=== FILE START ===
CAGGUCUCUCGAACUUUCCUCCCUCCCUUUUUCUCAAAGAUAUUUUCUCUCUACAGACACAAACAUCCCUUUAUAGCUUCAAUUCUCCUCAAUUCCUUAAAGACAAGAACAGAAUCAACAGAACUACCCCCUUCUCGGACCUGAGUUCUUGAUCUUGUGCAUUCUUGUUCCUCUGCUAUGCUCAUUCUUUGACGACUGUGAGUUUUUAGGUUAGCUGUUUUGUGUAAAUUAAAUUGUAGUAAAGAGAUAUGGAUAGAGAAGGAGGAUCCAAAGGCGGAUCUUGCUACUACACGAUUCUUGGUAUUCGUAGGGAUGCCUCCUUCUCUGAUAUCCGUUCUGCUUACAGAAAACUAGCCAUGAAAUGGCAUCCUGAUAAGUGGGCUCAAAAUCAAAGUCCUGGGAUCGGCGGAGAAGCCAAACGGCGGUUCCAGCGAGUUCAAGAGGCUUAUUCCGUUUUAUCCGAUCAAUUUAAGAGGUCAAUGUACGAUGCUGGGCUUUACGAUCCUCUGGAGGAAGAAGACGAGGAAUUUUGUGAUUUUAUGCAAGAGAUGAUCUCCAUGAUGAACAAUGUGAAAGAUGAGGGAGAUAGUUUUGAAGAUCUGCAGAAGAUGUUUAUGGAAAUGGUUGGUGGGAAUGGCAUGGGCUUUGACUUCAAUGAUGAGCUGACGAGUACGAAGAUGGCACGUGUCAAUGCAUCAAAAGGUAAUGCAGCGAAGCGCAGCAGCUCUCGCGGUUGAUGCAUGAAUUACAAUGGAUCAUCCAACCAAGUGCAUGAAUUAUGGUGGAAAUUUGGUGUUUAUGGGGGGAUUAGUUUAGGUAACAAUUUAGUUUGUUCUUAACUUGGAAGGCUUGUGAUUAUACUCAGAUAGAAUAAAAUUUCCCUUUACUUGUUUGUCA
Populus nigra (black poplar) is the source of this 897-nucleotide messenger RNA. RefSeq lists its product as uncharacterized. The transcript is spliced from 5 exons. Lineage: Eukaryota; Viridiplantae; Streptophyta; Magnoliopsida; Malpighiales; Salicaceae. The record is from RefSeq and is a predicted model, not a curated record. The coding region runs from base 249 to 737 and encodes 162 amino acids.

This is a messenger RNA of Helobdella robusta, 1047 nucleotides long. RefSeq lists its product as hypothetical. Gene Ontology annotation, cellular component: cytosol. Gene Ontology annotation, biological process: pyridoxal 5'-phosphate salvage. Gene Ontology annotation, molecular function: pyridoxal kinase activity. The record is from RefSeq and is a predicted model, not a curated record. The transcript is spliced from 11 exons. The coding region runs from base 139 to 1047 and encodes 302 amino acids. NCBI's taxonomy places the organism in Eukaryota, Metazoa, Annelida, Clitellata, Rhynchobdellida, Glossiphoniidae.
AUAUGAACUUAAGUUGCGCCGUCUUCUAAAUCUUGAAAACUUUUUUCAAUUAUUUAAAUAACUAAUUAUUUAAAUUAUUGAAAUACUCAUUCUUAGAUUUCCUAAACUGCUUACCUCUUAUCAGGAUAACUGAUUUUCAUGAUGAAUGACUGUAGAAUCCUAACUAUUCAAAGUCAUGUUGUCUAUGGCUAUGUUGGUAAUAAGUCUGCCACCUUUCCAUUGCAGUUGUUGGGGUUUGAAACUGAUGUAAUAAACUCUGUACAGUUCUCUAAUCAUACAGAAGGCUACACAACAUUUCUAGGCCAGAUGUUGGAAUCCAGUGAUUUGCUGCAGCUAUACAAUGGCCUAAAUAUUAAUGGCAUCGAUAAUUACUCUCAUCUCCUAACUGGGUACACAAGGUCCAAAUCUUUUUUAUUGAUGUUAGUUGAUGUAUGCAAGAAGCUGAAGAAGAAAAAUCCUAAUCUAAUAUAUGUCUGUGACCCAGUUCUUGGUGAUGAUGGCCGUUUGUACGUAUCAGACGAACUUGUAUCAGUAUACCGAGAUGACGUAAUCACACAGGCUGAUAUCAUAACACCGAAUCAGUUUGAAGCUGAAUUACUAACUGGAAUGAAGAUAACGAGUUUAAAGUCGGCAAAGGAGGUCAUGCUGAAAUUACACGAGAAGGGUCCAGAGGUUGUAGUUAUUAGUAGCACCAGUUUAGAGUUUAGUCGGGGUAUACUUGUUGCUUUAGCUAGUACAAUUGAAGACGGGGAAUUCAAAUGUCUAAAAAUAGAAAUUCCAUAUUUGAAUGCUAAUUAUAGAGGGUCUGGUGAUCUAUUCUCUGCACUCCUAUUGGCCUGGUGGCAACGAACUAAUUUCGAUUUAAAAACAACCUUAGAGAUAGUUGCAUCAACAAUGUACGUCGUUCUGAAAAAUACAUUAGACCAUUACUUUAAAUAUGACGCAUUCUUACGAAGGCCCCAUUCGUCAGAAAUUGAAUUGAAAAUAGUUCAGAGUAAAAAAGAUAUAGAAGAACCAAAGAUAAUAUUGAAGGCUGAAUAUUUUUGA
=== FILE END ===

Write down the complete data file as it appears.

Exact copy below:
CAGGUCUCUCGAACUUUCCUCCCUCCCUUUUUCUCAAAGAUAUUUUCUCUCUACAGACACAAACAUCCCUUUAUAGCUUCAAUUCUCCUCAAUUCCUUAAAGACAAGAACAGAAUCAACAGAACUACCCCCUUCUCGGACCUGAGUUCUUGAUCUUGUGCAUUCUUGUUCCUCUGCUAUGCUCAUUCUUUGACGACUGUGAGUUUUUAGGUUAGCUGUUUUGUGUAAAUUAAAUUGUAGUAAAGAGAUAUGGAUAGAGAAGGAGGAUCCAAAGGCGGAUCUUGCUACUACACGAUUCUUGGUAUUCGUAGGGAUGCCUCCUUCUCUGAUAUCCGUUCUGCUUACAGAAAACUAGCCAUGAAAUGGCAUCCUGAUAAGUGGGCUCAAAAUCAAAGUCCUGGGAUCGGCGGAGAAGCCAAACGGCGGUUCCAGCGAGUUCAAGAGGCUUAUUCCGUUUUAUCCGAUCAAUUUAAGAGGUCAAUGUACGAUGCUGGGCUUUACGAUCCUCUGGAGGAAGAAGACGAGGAAUUUUGUGAUUUUAUGCAAGAGAUGAUCUCCAUGAUGAACAAUGUGAAAGAUGAGGGAGAUAGUUUUGAAGAUCUGCAGAAGAUGUUUAUGGAAAUGGUUGGUGGGAAUGGCAUGGGCUUUGACUUCAAUGAUGAGCUGACGAGUACGAAGAUGGCACGUGUCAAUGCAUCAAAAGGUAAUGCAGCGAAGCGCAGCAGCUCUCGCGGUUGAUGCAUGAAUUACAAUGGAUCAUCCAACCAAGUGCAUGAAUUAUGGUGGAAAUUUGGUGUUUAUGGGGGGAUUAGUUUAGGUAACAAUUUAGUUUGUUCUUAACUUGGAAGGCUUGUGAUUAUACUCAGAUAGAAUAAAAUUUCCCUUUACUUGUUUGUCA
Populus nigra (black poplar) is the source of this 897-nucleotide messenger RNA. RefSeq lists its product as uncharacterized. The transcript is spliced from 5 exons. Lineage: Eukaryota; Viridiplantae; Streptophyta; Magnoliopsida; Malpighiales; Salicaceae. The record is from RefSeq and is a predicted model, not a curated record. The coding region runs from base 249 to 737 and encodes 162 amino acids.

This is a messenger RNA of Helobdella robusta, 1047 nucleotides long. RefSeq lists its product as hypothetical. Gene Ontology annotation, cellular component: cytosol. Gene Ontology annotation, biological process: pyridoxal 5'-phosphate salvage. Gene Ontology annotation, molecular function: pyridoxal kinase activity. The record is from RefSeq and is a predicted model, not a curated record. The transcript is spliced from 11 exons. The coding region runs from base 139 to 1047 and encodes 302 amino acids. NCBI's taxonomy places the organism in Eukaryota, Metazoa, Annelida, Clitellata, Rhynchobdellida, Glossiphoniidae.
AUAUGAACUUAAGUUGCGCCGUCUUCUAAAUCUUGAAAACUUUUUUCAAUUAUUUAAAUAACUAAUUAUUUAAAUUAUUGAAAUACUCAUUCUUAGAUUUCCUAAACUGCUUACCUCUUAUCAGGAUAACUGAUUUUCAUGAUGAAUGACUGUAGAAUCCUAACUAUUCAAAGUCAUGUUGUCUAUGGCUAUGUUGGUAAUAAGUCUGCCACCUUUCCAUUGCAGUUGUUGGGGUUUGAAACUGAUGUAAUAAACUCUGUACAGUUCUCUAAUCAUACAGAAGGCUACACAACAUUUCUAGGCCAGAUGUUGGAAUCCAGUGAUUUGCUGCAGCUAUACAAUGGCCUAAAUAUUAAUGGCAUCGAUAAUUACUCUCAUCUCCUAACUGGGUACACAAGGUCCAAAUCUUUUUUAUUGAUGUUAGUUGAUGUAUGCAAGAAGCUGAAGAAGAAAAAUCCUAAUCUAAUAUAUGUCUGUGACCCAGUUCUUGGUGAUGAUGGCCGUUUGUACGUAUCAGACGAACUUGUAUCAGUAUACCGAGAUGACGUAAUCACACAGGCUGAUAUCAUAACACCGAAUCAGUUUGAAGCUGAAUUACUAACUGGAAUGAAGAUAACGAGUUUAAAGUCGGCAAAGGAGGUCAUGCUGAAAUUACACGAGAAGGGUCCAGAGGUUGUAGUUAUUAGUAGCACCAGUUUAGAGUUUAGUCGGGGUAUACUUGUUGCUUUAGCUAGUACAAUUGAAGACGGGGAAUUCAAAUGUCUAAAAAUAGAAAUUCCAUAUUUGAAUGCUAAUUAUAGAGGGUCUGGUGAUCUAUUCUCUGCACUCCUAUUGGCCUGGUGGCAACGAACUAAUUUCGAUUUAAAAACAACCUUAGAGAUAGUUGCAUCAACAAUGUACGUCGUUCUGAAAAAUACAUUAGACCAUUACUUUAAAUAUGACGCAUUCUUACGAAGGCCCCAUUCGUCAGAAAUUGAAUUGAAAAUAGUUCAGAGUAAAAAAGAUAUAGAAGAACCAAAGAUAAUAUUGAAGGCUGAAUAUUUUUGA